An Explanation of GPS Features

by Ken Burnside Google

    GPS personal navigation devices have plummeted in price and grown a wide range of features. With the rise of GPS applications on smartphones, these trends are only going to continue. As GPS devices have matured as a category, many features that were formerly the province of one manufacturer are now widespread. It's difficult to go wrong with any GPS unit in the current market.

    Mapping and Navigation

    This is the reason for auto GPS units. All GPS units come with some maps preloaded. These maps may also have a preloaded database of points of interest (POIs) such as restaurants, gas stations, hospitals and local sights to see, as well as entertainment options such as parks and movie theaters. Most GPS units let you add your own POI data to the database. An important consideration for maps is how often they're updated, the method of getting the updates to the unit and how much those updates cost. Smartphone apps give advertising-supported map updates, which have driven GPS unit manufacturers to include lifetime map updates or annual map subscriptions. Most stand-alone GPS units have to be plugged into your computer to get updated maps, though a handful have built-in wireless communication and can do over-the-air updates.

    Live Traffic and Road Updates

    Some GPS units can get traffic reports from your municipality and give traffic-aware routing instructions. This service usually requires a subscription of some sort, though a few bundle lifetime traffic updates with the purchase of the device. This kind of service can also route you around road construction or closed interchanges. Lane-assist directions are often bundled with this kind of service, where the GPS will tell you when to change lanes and what lane to be in to make a freeway exit. This type of unit will also give estimated times of arrival to your destination as a routine feature. A few devices show isomorphic views of the road, including upcoming street signs and the shapes of buildings, to help you recognize landmarks and exits while you drive.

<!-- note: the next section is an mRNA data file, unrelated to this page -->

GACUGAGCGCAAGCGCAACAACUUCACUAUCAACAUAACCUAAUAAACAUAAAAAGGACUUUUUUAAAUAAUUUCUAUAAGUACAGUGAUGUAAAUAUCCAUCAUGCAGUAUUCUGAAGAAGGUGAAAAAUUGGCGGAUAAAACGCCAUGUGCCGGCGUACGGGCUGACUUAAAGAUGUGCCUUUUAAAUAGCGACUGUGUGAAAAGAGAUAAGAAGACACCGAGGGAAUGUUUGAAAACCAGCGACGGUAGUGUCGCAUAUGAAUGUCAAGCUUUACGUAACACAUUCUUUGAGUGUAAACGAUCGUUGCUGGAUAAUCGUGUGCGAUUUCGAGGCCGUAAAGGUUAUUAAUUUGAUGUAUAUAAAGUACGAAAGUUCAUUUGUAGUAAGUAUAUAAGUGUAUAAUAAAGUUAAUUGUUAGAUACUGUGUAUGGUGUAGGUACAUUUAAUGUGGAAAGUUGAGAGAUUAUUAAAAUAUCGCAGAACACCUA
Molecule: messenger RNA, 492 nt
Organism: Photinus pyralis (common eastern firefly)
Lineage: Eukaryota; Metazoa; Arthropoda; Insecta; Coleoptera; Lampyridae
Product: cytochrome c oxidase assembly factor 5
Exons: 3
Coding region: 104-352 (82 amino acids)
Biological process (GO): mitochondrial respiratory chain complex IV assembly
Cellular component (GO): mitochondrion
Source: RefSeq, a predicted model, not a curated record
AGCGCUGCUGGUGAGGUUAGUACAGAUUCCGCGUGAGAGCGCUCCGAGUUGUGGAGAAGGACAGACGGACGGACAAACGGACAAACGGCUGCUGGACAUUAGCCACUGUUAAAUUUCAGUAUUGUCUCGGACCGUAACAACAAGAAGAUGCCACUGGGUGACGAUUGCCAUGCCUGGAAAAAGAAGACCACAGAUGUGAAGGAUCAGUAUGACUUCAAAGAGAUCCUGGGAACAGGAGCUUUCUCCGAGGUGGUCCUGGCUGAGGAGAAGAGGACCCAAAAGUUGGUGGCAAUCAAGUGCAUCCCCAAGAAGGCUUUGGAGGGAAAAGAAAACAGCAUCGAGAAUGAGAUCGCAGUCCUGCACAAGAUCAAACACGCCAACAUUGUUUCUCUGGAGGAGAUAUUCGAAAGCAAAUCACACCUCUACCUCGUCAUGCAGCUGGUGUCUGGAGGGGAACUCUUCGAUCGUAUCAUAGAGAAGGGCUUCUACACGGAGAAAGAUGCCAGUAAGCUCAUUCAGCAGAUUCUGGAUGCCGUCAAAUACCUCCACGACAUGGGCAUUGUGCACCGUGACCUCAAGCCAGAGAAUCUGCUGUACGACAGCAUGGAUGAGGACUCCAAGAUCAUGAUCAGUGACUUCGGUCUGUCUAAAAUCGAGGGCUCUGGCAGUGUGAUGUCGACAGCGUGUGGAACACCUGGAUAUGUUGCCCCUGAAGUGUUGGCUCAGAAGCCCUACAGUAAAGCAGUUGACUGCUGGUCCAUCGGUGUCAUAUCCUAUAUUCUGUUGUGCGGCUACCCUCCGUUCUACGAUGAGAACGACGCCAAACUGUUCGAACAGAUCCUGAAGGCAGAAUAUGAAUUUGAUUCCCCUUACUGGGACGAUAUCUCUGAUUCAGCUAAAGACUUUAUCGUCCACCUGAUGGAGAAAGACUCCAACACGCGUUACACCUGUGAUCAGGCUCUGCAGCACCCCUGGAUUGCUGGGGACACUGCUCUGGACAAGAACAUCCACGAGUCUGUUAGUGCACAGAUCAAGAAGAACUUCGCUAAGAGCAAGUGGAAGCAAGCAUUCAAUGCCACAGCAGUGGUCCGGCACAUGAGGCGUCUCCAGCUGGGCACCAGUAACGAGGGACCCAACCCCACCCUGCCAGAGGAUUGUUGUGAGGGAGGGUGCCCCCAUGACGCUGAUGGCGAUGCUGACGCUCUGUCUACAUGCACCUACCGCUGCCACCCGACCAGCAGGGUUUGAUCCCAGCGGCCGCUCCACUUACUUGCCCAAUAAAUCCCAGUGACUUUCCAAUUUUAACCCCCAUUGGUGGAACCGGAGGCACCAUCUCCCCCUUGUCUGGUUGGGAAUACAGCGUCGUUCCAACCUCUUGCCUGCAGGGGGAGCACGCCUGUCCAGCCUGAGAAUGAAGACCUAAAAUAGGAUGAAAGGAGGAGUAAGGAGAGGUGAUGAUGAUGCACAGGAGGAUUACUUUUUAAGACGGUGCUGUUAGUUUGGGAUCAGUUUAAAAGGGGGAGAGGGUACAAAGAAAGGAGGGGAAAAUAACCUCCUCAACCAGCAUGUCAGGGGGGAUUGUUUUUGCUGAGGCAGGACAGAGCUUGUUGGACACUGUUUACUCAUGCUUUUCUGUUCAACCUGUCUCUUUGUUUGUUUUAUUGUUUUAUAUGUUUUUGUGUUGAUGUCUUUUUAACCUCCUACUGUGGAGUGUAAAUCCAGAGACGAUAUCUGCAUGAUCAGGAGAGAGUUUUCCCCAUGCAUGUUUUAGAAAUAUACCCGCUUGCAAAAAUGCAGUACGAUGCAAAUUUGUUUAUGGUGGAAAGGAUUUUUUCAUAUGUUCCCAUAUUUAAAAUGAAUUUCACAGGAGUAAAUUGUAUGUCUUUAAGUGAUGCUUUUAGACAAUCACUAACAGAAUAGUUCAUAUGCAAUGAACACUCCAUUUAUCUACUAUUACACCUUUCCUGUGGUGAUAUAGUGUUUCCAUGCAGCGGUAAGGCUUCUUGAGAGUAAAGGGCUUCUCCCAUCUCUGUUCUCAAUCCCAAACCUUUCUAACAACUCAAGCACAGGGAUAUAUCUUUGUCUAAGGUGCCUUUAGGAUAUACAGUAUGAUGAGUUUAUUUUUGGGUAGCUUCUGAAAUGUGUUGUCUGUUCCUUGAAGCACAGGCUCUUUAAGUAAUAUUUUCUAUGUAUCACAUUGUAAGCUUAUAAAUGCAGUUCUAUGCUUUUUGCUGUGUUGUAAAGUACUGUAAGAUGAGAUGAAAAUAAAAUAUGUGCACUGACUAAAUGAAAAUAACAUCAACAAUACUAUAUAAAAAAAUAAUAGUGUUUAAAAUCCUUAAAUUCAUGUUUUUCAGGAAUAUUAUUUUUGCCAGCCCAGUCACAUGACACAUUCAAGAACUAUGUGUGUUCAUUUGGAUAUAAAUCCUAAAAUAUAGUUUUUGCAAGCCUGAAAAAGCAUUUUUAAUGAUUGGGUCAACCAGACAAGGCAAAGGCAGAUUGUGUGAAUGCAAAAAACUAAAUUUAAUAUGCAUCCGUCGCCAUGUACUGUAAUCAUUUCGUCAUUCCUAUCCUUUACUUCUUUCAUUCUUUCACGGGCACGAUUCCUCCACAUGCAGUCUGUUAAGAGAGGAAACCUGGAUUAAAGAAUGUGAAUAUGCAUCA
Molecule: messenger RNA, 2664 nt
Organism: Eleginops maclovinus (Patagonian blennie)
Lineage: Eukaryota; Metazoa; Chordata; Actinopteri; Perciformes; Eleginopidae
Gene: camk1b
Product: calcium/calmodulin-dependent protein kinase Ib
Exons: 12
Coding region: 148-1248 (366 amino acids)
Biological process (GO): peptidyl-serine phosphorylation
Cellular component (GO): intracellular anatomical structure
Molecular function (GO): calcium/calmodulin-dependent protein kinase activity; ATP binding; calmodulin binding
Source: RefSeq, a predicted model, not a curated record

Screen Size and Human Interface Features

    GPS devices range from the size of a cell phone to a tablet, with diagonal screen sizes ranging from 3.5 inches to 7 inches. Larger ones are easier to read when driving, and you should make sure there's a mounting system. Human interface features include Bluetooth connectivity, so you can hear the device's directions through a Bluetooth headset, and text-to-speech processing. Some use voice-to-speech processing, which lets you dictate your destination's address rather than type it on screen.

    Internet Access and Multimedia Playback

    GPS systems are getting competition from cell phones, which do a lot more than just navigation. In response, GPS manufacturers are giving devices cellular wireless capability, so they can get real-time updates of data, download new maps and allow you to browse the Internet for information about your destination. They've also become secondary multimedia devices, playing music and television. The line between an inexpensive tablet computer and a GPS navigator gets blurrier every year.

    About the Author

    Ken Burnside has been writing freelance since 1990, contributing to publications as diverse as "Pyramid" and "Training & Simulations Journal." A Microsoft MVP in Excel, he holds a Bachelor of Arts in English from the University of Alaska. He won the Origins Award for Attack Vector: Tactical, a board game about space combat.

    Photo Credits

    • Ethan Miller/Getty Images News/Getty Images